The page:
Chinese authorities have accused Coca-Cola of conducting illegal mapping in many sensitive areas in the country, according to a report in South China Morning Post, Thursday.
Apparently, the top intelligence authorities are involved in the investigation, which is being conducted jointly by the National Administration of Surveying, Mapping and Geoinformation and the Ministry of State Security, South China Morning Post reported.
"We understand that espionage is a serious charge against a world famous company," an official from the administration told the South China Morning Post. "We are still in the process of gathering information."
Probe is launched against many subsidiaries of the Coca-Cola and covers multiple provinces in the country on whether the company used location-finding technology in violation of the country’s laws against illegal map-making, the official said.
"What we can say for now is that many subsidiaries of Coca-Cola are involved and this happens in many provinces. Due to the sheer scale of the case, the complexity of the technology involved and the implication to our national security, we are working with the Ministry of State Security on this."
The news did not come as a surprise as two days earlier, Li Pengde, deputy director of the administration, had openly accused the beverage major of spying. In a program on national radio, he said some of its employees were caught while attempting to collect classified geographic information using handheld GPS devices in Yunnan Province.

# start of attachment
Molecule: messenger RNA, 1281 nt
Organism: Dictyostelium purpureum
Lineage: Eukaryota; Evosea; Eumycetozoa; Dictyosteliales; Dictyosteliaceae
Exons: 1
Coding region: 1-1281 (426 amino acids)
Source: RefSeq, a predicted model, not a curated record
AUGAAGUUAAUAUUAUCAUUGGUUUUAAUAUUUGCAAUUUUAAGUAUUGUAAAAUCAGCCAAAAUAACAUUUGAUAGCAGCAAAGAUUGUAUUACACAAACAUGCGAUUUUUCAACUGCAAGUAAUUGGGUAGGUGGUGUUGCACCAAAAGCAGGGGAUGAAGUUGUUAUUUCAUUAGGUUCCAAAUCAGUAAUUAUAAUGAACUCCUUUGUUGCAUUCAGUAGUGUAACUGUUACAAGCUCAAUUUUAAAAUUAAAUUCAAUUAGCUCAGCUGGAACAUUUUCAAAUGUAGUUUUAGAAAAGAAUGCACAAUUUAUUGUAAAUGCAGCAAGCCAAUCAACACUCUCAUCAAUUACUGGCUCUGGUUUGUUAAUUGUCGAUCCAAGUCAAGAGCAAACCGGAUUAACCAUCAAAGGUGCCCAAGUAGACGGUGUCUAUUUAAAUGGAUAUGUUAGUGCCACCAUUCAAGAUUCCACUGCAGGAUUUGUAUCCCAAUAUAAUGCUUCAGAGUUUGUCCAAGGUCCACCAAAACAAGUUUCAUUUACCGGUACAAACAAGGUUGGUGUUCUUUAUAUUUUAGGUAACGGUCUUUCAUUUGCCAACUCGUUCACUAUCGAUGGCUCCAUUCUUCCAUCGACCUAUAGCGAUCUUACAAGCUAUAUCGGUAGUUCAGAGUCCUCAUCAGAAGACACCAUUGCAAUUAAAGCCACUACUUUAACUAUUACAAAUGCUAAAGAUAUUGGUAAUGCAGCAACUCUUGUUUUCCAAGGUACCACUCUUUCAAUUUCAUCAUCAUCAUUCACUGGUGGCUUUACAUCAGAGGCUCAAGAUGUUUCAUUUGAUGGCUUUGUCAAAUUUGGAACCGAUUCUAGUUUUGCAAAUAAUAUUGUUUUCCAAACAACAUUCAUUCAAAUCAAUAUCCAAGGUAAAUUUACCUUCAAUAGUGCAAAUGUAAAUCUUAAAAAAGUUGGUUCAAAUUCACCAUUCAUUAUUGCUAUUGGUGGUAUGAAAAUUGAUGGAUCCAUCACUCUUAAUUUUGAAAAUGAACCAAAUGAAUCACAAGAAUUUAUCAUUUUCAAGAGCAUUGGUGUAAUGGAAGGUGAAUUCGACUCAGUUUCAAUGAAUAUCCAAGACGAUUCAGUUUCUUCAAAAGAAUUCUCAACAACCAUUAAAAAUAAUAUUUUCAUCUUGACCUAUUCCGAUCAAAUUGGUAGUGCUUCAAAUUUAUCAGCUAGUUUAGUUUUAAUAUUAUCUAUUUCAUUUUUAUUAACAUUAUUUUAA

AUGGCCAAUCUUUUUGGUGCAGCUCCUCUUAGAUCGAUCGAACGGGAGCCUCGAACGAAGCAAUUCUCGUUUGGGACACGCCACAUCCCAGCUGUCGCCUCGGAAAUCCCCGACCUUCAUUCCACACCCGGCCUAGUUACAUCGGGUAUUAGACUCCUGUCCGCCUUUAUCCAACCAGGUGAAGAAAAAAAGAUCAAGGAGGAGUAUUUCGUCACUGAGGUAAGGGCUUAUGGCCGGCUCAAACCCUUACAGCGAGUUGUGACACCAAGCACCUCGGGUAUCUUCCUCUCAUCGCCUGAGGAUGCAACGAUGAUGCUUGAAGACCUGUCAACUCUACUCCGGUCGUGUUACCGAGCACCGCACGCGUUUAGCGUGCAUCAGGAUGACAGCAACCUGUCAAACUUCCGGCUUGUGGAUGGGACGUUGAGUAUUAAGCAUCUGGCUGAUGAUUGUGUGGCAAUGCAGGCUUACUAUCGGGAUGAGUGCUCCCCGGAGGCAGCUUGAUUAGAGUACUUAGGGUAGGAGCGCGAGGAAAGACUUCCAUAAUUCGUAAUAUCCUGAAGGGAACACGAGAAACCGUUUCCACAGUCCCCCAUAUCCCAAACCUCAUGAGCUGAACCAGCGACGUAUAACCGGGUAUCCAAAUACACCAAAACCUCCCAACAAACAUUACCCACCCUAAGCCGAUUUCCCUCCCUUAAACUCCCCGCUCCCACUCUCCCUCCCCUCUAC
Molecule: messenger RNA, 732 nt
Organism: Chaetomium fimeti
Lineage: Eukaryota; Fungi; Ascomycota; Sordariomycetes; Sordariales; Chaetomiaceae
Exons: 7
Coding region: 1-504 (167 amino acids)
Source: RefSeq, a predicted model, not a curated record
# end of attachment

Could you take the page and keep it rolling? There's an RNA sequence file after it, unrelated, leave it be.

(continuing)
There were about 21 similar cases of alleged illegal spying reported in the province, which is being investigated by the authorities, Li Pengde said without divulging further details.
Map-making and related activities are highly restricted in China for national security concerns and the companies and providers of map services are required to get prior permission and licenses from the government. It is also mandatory for the map providers to locate their servers in China mainland.
In a statement, Coca-Cola said they are fully cooperating with the Chinese investigation. The company said its trucks use GPS-based customer logistics system to improve customer services and fuel efficiency.
"These customer logistics systems are broadly used for commercial application across many industries in China and worldwide," the company spokesperson told the Associated Press.
"After being contacted by local authorities, our bottling plants have cooperated fully with their enquiries to ensure that our customer logistics systems are in full compliance with current regulations."